America has has some good ideas in its history, but the concept of national parks — striking and special areas that are to be preserved and maintained for the American people — is one of the best of those ideas. Anyone who visits a national park can’t help but feel a certain pride in our country, which not only has such beautiful areas but also has carefully cared for them. And with people hiking, biking, rafting, camping, and otherwise enjoying the magnificent scenery and clean air, national parks tend to be enclaves of enthusiastic, active folks who care about their country and its environment.
I’ve had the good fortune to go to many national parks — including Yellowstone, Grand Teton, the Grand Canyon, and this year, Glacier National Park — but I’ve not visited Yosemite and many others . . . yet. Hitting many more of our national parks is a bucket list item for me. And whenever I got to a national park, I’m grateful for the NPS people who keep them patrolled and well maintained, because those parks are a true national treasure.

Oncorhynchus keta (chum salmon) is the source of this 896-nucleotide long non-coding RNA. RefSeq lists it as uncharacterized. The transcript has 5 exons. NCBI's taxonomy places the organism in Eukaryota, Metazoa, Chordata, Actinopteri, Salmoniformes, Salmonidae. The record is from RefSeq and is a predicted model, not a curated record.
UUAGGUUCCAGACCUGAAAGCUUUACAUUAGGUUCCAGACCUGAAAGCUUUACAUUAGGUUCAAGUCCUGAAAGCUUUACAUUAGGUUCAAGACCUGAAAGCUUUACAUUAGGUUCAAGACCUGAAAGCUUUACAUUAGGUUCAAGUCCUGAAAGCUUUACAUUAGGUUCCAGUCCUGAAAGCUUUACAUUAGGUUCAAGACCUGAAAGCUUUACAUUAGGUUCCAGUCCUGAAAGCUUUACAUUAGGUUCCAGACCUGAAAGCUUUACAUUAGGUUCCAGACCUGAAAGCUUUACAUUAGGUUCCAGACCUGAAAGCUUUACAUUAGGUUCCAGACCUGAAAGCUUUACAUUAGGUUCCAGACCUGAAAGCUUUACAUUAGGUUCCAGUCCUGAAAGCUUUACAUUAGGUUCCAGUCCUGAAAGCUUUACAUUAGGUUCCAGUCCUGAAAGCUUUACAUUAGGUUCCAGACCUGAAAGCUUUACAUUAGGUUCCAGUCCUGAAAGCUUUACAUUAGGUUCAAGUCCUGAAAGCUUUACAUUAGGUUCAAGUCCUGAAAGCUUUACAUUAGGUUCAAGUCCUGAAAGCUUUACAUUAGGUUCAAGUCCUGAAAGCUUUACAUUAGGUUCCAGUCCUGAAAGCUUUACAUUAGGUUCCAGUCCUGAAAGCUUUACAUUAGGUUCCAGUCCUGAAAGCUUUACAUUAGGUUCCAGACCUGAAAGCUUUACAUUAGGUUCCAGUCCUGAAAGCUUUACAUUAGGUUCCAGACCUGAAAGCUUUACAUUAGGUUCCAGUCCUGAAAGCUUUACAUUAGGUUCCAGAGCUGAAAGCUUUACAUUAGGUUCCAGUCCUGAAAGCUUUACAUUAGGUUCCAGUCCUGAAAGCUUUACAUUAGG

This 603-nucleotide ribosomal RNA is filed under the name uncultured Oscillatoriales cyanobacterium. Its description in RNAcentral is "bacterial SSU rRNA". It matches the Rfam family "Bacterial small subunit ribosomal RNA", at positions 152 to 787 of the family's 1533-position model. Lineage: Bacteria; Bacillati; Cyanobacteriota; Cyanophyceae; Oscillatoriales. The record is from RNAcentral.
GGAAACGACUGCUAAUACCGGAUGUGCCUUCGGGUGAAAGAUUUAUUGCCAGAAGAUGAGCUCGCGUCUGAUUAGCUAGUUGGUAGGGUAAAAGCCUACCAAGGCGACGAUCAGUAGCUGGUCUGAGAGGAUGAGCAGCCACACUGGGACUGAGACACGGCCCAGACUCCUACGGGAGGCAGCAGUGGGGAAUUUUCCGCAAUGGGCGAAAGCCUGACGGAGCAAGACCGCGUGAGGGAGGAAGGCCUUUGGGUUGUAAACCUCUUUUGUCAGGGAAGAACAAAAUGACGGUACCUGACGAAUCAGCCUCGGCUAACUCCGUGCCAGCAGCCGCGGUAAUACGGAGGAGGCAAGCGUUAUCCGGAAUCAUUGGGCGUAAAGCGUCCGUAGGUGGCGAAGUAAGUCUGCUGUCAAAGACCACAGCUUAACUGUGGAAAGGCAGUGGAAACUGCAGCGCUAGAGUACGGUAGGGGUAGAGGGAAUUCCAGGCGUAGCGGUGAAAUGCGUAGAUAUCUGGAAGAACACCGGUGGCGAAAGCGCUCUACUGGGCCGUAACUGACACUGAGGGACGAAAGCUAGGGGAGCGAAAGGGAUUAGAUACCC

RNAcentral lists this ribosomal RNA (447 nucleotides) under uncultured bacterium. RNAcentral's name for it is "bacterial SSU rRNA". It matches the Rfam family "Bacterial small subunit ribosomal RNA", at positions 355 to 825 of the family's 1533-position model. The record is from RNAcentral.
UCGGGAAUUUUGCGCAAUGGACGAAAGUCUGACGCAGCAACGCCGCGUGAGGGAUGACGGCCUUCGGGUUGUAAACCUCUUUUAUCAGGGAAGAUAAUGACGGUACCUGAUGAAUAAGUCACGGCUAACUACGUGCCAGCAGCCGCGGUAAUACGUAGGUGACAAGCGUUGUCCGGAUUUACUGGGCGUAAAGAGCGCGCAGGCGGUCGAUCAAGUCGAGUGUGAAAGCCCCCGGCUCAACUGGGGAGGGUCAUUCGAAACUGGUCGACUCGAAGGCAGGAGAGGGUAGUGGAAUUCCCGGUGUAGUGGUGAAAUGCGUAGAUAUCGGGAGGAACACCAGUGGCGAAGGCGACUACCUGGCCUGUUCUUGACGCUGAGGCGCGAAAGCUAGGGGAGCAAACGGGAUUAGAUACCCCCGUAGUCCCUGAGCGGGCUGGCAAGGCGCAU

Happy birthday, National Park Service!
Tonight the Browns play an exhibition game. I think it was Pete Rozelle who decided that they should be called “preseason” games, because “exhibition” sounds like the games are meaningless. I say Pete Rozelle can stick it. The games are meaningless.
So tonight I’ll watch the Browns play the Tampa Bay Buccaneers — and I’ll record my thoughts from time to time. Why not? I’ve just had a fine meal with my lovely wife — now I’ll go to the opposite end of the spectrum and watch two crappy NFL teams. Why not?
ETA: Did Phil Sims just say Justin Gilbert was “good”? What the hell? Just because he broke up a pass while running behind the receiver? NFL commentators have gone far downhill in the credibility department since the days of Al DeRogatis.
Update 2: Browns gave up a field goal and got a field goal. That’s not good. If the Browns hope to do anything this year — and “hope” is precisely the right word –they desperately need to score TDs. A field goal is not a good sign.
Update 3: I expect the Browns D to suck this year. There’s nothing about this game that causes me to change my view.
On the other hand, the brown jersey/white pants combo looks good. I’ve always like the Browns unis.
Unfortunately, the guys who are wearing them don’t stack up.